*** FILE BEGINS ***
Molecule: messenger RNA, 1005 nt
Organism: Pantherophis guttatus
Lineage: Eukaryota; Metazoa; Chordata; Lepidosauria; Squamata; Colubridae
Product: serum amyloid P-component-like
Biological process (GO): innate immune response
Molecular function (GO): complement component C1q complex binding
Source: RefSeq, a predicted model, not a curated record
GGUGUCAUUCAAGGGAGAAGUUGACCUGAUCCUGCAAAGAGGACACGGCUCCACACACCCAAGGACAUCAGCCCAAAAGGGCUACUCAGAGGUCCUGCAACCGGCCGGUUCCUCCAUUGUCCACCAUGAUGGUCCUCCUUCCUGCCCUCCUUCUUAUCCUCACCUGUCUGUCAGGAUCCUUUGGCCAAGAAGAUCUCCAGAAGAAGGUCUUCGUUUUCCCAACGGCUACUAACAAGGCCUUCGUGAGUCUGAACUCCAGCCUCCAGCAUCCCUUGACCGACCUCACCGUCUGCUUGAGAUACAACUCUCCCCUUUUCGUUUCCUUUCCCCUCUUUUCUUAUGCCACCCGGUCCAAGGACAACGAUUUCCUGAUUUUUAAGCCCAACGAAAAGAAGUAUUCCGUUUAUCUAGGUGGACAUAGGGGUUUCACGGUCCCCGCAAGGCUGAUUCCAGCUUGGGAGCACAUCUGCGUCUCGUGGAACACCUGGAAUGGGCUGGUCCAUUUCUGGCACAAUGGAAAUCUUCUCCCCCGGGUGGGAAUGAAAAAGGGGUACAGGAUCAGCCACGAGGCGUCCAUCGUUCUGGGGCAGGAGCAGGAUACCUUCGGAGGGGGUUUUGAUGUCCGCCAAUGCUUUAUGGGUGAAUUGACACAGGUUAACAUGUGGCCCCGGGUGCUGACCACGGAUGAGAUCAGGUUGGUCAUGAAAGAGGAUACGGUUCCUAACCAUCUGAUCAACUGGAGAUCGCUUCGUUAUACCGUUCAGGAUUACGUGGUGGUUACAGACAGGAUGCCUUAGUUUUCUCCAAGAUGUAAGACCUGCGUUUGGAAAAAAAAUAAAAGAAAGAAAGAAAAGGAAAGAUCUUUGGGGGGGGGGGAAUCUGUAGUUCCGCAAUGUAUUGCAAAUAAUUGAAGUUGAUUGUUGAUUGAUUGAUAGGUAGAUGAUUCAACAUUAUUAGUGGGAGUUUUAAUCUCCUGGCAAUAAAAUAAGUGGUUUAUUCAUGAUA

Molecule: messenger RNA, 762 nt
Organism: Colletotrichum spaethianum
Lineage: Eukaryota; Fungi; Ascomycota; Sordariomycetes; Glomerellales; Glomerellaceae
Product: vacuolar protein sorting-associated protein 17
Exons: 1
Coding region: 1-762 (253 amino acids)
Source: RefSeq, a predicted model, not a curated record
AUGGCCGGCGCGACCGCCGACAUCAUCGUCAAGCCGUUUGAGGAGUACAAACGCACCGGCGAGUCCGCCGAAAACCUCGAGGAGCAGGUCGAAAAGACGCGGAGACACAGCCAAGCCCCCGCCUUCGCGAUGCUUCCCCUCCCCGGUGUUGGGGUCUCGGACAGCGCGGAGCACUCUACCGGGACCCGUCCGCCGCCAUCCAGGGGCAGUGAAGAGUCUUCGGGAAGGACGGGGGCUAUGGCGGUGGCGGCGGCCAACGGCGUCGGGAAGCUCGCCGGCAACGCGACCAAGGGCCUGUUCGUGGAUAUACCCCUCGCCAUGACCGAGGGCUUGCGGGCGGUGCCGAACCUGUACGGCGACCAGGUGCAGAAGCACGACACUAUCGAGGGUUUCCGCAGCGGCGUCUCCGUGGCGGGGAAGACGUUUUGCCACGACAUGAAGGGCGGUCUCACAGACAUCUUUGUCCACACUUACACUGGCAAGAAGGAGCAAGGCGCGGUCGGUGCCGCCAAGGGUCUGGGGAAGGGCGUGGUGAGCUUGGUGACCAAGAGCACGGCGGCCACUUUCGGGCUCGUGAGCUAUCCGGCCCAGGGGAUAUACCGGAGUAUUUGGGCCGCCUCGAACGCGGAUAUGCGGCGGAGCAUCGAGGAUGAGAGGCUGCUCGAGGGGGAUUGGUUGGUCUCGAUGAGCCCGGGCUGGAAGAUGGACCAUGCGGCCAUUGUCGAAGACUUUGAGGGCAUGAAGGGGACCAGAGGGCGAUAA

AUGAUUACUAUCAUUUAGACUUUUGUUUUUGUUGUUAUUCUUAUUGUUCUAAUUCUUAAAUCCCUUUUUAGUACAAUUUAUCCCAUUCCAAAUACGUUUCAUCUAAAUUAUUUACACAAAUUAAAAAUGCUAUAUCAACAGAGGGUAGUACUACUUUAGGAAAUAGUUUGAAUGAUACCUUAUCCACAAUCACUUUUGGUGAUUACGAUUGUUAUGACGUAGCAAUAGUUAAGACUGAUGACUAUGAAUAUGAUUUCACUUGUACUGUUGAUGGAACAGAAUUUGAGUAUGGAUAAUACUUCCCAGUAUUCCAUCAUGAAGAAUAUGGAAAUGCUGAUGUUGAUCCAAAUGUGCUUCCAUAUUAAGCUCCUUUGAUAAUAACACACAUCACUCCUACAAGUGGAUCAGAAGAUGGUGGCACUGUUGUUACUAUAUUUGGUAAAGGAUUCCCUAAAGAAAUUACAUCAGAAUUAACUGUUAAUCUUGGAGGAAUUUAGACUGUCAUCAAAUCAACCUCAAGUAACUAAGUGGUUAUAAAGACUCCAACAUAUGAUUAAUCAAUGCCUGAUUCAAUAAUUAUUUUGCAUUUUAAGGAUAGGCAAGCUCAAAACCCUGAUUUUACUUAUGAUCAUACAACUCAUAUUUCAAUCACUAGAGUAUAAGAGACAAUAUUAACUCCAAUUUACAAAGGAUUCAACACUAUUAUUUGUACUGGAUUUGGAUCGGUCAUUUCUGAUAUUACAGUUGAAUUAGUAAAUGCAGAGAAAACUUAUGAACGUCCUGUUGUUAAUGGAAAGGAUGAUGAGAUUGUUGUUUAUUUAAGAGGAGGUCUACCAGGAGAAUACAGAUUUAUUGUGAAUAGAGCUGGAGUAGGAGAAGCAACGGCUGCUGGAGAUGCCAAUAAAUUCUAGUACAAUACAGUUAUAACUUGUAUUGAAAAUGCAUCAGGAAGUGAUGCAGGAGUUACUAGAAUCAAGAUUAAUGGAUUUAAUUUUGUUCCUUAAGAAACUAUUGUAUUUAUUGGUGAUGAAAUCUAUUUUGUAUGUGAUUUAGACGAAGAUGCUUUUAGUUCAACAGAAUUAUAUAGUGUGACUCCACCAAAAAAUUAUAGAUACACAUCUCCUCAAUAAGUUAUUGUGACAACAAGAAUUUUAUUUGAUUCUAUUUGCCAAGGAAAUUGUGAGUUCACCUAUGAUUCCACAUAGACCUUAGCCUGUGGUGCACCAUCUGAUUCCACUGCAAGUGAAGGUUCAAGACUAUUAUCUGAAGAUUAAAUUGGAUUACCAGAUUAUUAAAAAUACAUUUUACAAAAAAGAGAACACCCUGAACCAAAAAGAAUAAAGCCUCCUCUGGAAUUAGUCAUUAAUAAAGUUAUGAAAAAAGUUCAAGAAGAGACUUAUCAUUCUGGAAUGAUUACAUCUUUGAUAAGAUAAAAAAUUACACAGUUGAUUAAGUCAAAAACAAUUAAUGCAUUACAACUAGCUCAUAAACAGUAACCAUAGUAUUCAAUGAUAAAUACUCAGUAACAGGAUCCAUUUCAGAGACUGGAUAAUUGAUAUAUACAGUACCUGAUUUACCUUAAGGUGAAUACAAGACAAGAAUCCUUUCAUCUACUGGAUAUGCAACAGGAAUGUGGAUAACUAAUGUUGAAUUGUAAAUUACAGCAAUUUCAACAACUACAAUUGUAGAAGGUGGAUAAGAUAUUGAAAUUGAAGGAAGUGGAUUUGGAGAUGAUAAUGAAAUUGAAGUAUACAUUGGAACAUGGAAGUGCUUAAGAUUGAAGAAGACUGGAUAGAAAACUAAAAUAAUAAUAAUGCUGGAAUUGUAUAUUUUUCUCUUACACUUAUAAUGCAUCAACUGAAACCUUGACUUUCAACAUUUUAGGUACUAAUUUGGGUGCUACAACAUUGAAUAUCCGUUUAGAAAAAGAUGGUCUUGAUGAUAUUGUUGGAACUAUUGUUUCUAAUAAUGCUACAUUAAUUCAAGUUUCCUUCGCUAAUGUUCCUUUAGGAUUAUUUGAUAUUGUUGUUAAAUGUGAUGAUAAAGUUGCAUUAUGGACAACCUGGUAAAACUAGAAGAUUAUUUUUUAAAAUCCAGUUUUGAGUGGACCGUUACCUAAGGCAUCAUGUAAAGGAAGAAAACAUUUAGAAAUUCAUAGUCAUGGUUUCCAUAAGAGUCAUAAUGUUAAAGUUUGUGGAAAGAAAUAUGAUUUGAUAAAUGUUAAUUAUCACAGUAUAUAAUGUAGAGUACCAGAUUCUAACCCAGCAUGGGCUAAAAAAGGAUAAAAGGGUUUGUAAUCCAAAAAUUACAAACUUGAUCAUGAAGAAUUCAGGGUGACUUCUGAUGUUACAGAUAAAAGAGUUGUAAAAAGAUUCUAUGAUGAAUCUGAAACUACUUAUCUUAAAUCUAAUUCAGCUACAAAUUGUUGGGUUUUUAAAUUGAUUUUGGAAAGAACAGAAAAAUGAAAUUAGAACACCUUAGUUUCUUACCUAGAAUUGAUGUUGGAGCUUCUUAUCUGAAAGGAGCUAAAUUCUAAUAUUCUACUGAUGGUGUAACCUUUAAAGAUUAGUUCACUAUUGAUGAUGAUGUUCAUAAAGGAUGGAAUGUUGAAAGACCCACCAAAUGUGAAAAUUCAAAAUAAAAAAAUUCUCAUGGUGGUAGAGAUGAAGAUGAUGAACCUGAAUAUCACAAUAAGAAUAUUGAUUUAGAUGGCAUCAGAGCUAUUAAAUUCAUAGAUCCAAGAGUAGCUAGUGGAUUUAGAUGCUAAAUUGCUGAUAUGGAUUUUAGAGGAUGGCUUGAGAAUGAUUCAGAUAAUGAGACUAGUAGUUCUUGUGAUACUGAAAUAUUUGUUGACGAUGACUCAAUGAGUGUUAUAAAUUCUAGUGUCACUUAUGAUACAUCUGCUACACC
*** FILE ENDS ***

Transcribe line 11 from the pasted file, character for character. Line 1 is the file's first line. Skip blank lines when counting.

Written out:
Lineage: Eukaryota; Fungi; Ascomycota; Sordariomycetes; Glomerellales; Glomerellaceae